The Wood and the Graver: The Work of Fritz Eichenberg
My copy was bought used and man-o-man does it smell musty. The odor is, at best, like a stack of old newspapers in the dampest bayou floodplain basement, or, at worst, the bouquet of the finest Trader Joe’s wine. I’m not sure if the author’s intent was make his readers recoil in disgust, but, if it was, mission accomplished. Okay, it’s unfair for me to judge a book by the way it smells, and, as we all know, a book’s scent is not set by the author. It’s set by the publisher. Damn you Crown Publishers, Inc.!
Fortunately, this week I have a cold and my nasal breathing passages are all clogged up. I guess I should quickly review this book before the DayQuil wears-off. All-in-all this is a fantastic overview of Eichenburg’s work and a good starting point if you are interested in collecting his illustrations. The reproductions are all high quality. I especially like the side-by-side comparisons between initial sketches and the finished engravings. Many of the prints are reproduced at a bigger scale than the actual blocks. This understates the incredible detail and skill the Eichenburg brings to his art.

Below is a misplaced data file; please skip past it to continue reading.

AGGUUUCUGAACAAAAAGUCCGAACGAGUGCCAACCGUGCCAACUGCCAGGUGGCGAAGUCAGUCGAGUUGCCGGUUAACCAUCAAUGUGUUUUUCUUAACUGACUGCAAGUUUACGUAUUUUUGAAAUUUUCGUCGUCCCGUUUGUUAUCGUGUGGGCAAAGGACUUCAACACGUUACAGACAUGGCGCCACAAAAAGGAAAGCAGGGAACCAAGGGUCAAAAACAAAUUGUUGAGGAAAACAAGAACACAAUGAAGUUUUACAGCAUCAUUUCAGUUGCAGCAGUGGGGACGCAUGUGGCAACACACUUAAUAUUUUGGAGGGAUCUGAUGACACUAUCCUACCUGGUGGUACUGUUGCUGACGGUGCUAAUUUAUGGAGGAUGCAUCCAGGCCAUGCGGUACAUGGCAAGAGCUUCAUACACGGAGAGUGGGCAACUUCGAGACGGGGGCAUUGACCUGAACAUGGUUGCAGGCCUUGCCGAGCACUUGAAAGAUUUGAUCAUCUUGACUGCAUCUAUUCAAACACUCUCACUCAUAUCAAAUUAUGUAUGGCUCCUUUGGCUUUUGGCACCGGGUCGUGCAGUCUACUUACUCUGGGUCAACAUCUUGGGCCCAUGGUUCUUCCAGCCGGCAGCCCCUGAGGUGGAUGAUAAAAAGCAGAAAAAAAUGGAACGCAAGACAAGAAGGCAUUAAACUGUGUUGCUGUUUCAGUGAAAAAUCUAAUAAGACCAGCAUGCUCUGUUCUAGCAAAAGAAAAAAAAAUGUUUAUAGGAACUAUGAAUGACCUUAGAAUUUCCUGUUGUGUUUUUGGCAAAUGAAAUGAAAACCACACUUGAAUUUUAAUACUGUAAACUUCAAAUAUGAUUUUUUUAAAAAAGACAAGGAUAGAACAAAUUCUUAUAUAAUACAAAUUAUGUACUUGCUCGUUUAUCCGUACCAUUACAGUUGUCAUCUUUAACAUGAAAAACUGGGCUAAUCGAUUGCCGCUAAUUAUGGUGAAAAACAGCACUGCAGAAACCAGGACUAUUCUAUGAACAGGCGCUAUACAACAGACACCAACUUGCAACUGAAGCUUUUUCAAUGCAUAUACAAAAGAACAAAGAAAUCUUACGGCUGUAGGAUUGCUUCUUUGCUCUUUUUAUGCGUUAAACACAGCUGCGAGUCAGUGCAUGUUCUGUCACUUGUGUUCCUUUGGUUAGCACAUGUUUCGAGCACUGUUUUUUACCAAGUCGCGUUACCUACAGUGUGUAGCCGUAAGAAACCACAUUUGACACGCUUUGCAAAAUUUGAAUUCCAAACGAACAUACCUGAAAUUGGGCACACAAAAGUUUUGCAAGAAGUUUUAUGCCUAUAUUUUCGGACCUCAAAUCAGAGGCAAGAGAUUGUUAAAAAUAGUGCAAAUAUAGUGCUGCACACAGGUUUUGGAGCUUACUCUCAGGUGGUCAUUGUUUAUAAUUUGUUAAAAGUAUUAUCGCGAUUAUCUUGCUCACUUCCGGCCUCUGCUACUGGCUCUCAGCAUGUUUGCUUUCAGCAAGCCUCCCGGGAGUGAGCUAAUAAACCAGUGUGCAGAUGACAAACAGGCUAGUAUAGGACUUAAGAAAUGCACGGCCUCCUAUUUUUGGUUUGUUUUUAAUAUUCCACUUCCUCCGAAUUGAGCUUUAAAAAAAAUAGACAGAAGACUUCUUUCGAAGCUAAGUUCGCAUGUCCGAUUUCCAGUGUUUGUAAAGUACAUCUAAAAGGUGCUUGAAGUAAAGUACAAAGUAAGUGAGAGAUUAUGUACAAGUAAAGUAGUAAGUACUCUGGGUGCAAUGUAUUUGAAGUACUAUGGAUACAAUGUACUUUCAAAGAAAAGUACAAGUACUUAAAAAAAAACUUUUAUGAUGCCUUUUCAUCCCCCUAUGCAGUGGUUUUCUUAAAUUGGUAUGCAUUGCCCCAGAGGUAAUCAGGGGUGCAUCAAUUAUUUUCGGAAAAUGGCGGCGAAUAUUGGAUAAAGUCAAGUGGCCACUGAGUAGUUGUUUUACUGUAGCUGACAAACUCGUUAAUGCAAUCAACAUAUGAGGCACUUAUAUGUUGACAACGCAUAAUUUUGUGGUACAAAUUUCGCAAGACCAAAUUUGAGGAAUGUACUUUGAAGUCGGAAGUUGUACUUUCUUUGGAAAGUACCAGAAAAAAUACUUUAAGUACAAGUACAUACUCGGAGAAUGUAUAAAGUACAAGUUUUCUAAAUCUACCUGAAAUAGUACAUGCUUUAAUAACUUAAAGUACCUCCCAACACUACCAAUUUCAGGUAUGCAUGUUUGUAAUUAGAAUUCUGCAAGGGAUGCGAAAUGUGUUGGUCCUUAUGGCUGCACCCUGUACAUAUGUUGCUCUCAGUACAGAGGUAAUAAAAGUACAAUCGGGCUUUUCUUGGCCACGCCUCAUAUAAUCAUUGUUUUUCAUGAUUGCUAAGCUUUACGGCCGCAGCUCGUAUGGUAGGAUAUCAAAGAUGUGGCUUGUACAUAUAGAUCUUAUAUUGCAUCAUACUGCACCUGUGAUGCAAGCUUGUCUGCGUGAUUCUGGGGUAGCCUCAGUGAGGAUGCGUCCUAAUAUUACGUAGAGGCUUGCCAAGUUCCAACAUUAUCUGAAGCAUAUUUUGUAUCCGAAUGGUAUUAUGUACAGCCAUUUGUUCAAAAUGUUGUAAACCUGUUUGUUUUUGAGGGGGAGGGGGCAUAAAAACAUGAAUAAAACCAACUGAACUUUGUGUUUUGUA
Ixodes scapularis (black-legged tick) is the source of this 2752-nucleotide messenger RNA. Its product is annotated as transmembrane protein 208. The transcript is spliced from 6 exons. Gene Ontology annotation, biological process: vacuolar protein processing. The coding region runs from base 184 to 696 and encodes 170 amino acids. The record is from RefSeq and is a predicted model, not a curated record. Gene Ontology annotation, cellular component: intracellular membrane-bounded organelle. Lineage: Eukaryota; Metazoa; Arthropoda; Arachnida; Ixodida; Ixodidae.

For the most part, text is kept to a minimum with only a paragraph or two written about each of the print series. That’s fine by me as artists writing about their own art can get pretty cringey. As an example, listen to the Sean Astin and Elijah Wood’s commentary on the Lord of the Rings DVD. You’ll want to take a swig of arsenic every time they mention “the craft” of acting. I digress. There are no hobbits in this book.